Professor Clayton Lewis
Department of Computer Science
University of Colorado Boulder
Redeveloping Undergraduate Computer Science
As Computer Science Department Chair, my top priority is strengthening our undergraduate program. Strategically, the foundation of all aspects of our department, including our research enterprise, will be support from alumni, and this support must be built on providing the best possible experience for our undergraduate students. I have two personal initiatives in improving our undergraduate program. The first is adding project opportunities for our students at all levels. In partnership with the Faculty Teaching Excellence Program, I've created Educational Technology House (ETH), in which CS undergrads create technology for CU faculty to use in their teaching. Students can sign up for ETH as early as their first semester, and take it repeatedly for as long as they wish. This builds a mixed-level group of students that provides long-term social support for its members, as well as giving time for members to develop real depth in their skills. ETH is now entering its fourth year, and some of its participants are among the very best of the students we have had in CS. My second effort is extensive revision of our introductory course for majors, CS1300. Over the years, we and other CS programs nationally found ourselves confronting two serious problems, frequent cheating and very low participation by women. These problems are not unrelated: the classroom climate created by cheating and the efforts to control it by ever more draconian policies was very unattractive to many women students. Beginning last year, I developed a new version of CS1300 which eliminated these problems, and created an atmosphere in which students are encouraged, and indeed required, to work constructively together. At the same time, in response to research done here and nationally on the interests of women students, I have created new exercises for the class which make clearer the potential social benefits of computer technology. The result is a course whose appeal reaches beyond those students who are fascinated by technology for its own sake (a group that includes few women) to students whose interest is more in what technology can contribute to life. This year, CS1300 students will develop software which can be used to match the interests of students and faculty in the department, making a positive contribution to our department's culture. Thanks to a curriculum grant from Microsoft, students will be able to deploy their programs on the Web, giving them experience in their first semester with real-world software delivery.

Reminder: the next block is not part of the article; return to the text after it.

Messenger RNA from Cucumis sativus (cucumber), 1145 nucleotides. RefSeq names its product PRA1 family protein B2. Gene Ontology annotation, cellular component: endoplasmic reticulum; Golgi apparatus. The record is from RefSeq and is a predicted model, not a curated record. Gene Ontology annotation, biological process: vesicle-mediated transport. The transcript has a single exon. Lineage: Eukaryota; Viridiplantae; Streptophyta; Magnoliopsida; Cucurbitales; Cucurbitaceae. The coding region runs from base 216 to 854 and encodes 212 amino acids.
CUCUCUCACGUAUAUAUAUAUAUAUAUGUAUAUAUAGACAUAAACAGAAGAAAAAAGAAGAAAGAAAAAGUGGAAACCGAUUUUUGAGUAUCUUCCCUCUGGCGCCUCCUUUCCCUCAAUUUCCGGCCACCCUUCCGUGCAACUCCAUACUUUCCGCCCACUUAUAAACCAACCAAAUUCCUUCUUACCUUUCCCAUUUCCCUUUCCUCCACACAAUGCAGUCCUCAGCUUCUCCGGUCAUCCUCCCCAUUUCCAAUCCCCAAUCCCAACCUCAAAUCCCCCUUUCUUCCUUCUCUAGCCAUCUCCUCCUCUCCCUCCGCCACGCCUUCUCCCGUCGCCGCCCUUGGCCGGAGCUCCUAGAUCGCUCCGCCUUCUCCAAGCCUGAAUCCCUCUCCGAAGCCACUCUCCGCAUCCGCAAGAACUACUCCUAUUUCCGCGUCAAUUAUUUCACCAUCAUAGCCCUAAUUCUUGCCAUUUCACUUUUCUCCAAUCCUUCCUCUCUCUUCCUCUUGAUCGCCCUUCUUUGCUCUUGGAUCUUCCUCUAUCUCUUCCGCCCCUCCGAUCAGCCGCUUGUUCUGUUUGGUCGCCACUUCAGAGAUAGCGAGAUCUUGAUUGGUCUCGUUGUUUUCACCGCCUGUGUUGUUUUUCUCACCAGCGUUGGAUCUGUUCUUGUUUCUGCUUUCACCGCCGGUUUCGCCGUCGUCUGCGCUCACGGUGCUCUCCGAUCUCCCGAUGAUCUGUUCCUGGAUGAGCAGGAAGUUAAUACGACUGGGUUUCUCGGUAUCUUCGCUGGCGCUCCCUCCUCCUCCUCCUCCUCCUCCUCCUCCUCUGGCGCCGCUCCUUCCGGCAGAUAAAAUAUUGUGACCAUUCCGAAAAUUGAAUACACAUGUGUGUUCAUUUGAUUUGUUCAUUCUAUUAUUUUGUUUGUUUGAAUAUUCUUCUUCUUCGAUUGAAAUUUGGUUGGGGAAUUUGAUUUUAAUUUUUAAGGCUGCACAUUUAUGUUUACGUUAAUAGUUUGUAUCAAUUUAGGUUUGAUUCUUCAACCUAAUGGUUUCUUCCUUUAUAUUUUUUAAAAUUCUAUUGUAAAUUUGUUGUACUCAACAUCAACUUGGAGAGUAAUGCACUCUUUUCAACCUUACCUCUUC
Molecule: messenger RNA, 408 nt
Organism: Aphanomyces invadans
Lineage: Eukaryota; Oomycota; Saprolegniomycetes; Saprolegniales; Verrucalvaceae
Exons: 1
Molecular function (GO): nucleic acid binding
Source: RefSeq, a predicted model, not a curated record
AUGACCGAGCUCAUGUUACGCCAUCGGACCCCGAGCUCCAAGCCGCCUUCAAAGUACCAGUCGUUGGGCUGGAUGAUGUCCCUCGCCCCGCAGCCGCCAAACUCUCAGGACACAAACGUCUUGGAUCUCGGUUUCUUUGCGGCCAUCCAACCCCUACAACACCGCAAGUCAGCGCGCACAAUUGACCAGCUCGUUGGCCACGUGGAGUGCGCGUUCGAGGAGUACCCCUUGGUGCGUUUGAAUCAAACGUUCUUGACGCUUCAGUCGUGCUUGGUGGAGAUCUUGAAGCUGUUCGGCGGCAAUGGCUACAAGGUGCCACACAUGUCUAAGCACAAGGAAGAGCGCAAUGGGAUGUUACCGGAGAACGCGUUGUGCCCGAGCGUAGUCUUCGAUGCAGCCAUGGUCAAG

Colorado Learning Assessment Project
Interviews of CU students inspired by Richard Light's Harvard Assessment Project. Pilot interviews approved for Summer. Focus on factors affecting student engagement, including what makes course material interesting and uninteresting, and student views on relationships with faculty. Proposal under development for ethnographic study of student and faculty ideas about the purposes of academic work.